By Katherine Shaver
Washington Post Staff Writer
Monday, September 14, 2009
Beverley K. Swaim-Staley wants Washington area commuters to know she has lived their misery.
She, too, has lost hours of her life to a crawling Capital Beltway and has experimented with dozens of routes trying to avoid it. She said she has switched between buses and Metro trains and carpools in search of a better way.
"I'm very familiar with, and absolutely know, the pain of the Washington region," Swaim-Staley said with a laugh about her four-year commute between her home in Anne Arundel County and her former job in Rockville as Montgomery County's budget director, which she held until 2007. "I think I had 50 ways to get to work."
Today, Swaim-Staley's commute takes her to the Maryland Transportation Department headquarters in Anne Arundel. Gov. Martin O'Malley (D) appointed her this month to be the state's transportation secretary, the first woman to hold the post. She joins the growing ranks of nine women who lead state transportation agencies long dominated by male engineers.
Swaim-Staley's career as a budget analyst and the political skills she honed during two stints as the state's deputy transportation secretary are being put to the test. As in many other states, Maryland leaders are searching for new ways to pay for road and transit projects as traditional sources of revenue -- gas taxes and vehicle-titling fees -- dry up along with driving and car-buying because of the recession.
In the past year, Swaim-Staley, 52, has helped cut more than $2 billion in projects from the state's transportation funding plans. In August, Maryland's Board of Public Works approved $159 million in reductions for county road projects.
"The relatively easy things [to cut] have been done," said John D. Porcari, Swaim-Staley's predecessor, who joined the Obama administration in May as deputy U.S. transportation secretary. "There aren't many options left. As with her colleagues around the nation, she's looking at very difficult choices."
As deputy secretary, she also oversaw Maryland's highways, toll facilities and MARC train service as well as daily operations at two airports, the Baltimore Port and the Motor Vehicle Administration.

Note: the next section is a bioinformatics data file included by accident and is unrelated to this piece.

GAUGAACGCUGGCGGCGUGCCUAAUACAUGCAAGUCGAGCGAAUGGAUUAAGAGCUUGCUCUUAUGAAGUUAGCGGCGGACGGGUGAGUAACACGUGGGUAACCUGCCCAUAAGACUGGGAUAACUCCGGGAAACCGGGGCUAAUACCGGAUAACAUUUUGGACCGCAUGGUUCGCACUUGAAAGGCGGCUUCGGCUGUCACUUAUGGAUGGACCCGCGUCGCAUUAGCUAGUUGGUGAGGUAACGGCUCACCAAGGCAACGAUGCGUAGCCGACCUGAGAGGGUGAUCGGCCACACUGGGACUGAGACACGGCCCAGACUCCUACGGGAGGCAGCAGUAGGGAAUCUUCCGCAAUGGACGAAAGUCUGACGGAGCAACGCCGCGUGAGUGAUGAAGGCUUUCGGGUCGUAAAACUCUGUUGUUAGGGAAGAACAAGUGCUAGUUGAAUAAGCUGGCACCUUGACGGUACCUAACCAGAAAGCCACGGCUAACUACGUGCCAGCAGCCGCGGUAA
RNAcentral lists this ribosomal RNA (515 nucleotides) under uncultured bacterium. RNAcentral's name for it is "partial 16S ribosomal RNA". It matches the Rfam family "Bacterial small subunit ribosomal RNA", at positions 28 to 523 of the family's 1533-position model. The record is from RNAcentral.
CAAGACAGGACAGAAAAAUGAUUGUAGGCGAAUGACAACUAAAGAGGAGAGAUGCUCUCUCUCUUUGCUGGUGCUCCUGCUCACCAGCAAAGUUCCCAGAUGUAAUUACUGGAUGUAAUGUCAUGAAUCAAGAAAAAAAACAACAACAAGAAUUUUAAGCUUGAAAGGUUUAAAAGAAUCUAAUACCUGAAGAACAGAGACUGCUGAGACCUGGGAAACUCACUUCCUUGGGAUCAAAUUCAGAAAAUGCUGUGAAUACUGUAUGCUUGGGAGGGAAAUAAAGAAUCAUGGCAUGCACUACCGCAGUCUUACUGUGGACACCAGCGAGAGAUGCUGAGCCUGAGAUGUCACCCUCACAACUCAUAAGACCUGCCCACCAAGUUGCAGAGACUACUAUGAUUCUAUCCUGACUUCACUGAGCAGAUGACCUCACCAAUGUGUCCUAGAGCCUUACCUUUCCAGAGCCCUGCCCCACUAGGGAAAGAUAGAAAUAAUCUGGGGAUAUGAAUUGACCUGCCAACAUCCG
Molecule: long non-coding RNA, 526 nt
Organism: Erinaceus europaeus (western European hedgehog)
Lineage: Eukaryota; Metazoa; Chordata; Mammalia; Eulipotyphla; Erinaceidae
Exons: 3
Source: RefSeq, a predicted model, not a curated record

Swaim-Staley, who has worked at MDOT for a dozen years periodically since 1993, is widely described by former and current colleagues as smart, thorough and straightforward. She has few vocal critics. Before O'Malley tapped her as acting secretary to replace Porcari, she had worked mostly behind the scenes and was best known for her budgeting expertise. Swaim-Staley is not well-known beyond the Annapolis State House, the agency's headquarters near Baltimore-Washington International Marshall Airport or Montgomery's county office building.
"Right now, having someone with a good handle on budgeting is critical, someone who knows where the money is and how to maximize it," said Lon Anderson, director of public and government affairs for AAA Mid-Atlantic.
Dru Schmidt-Perkins, executive director of the environmental group 1000 Friends of Maryland, agreed: "It's a good time to have an insider."
Anderson and other transportation activists said they want to see how Swaim-Staley handles any attempts by O'Malley or state lawmakers to shore up other parts of Maryland's beleaguered budget by tapping into the transportation trust fund.
"For many of us, it will be the first chance to see her tested under fire," Anderson said. "Is the trust fund going to be a cookie jar for everyone else, or will it be protected?"
Swaim-Staley said she feels "honored and certainly pressure" to be the first woman in a position that she considers "daunting." She said she'll have a better idea of any additional cuts by December, when she expects an updated revenue forecast, but she's not optimistic.
"Unfortunately," she said of the vehicle-titling revenue, "it's not coming back yet."
Even so, Swaim-Staley said, she will continue pushing her priorities, particularly planning for more transit to focus growth. That includes trying to secure federal construction money for an east-west Purple Line light rail link between New Carrollton and Bethesda, a Red Line light rail line in Baltimore and better transit in the congested Interstate 270 corridor through upper Montgomery. She also would probably preside over the scheduled opening late next year of the first seven-mile section of the $2.56 billion Intercounty Connector, the first major highway built in the region in a generation.
The Transportation Department has 9,000 employees and a $3.8 billion annual budget. Swaim-Staley, who lives in Davidsonville with her husband, Scott Staley, will make $163,300 annually, state officials said. Her husband works in sales for an Annapolis car dealership.
One of the few times Swaim-Staley has faced public criticism came in 2003, when she withdrew her application for Baltimore County chief administrative officer after some County Council members balked at the proposed $140,000 salary. Some council members said they "feared she would be a micromanager and would alienate department heads and employees" after receiving letters from Transportation Department employees criticizing her management style, according to a Baltimore Sun article.
Then-Montgomery County Executive Douglas M. Duncan (D), who said he thought Swaim-Staley was treated unfairly, recruited her to be his budget director. She returned to the deputy state transportation secretary job in 2007 after Duncan's successor, Isiah Leggett (D), fired her and other Duncan appointees.
Swaim-Staley is "quiet and not demonstrative," Duncan said, but "sticks to her guns," qualities he said will help in her new role.
"Her challenge is going to be to tell people the projects they've been promised aren't going to be delivered," Duncan said. "People get angry at that. She's got the demeanor to do it."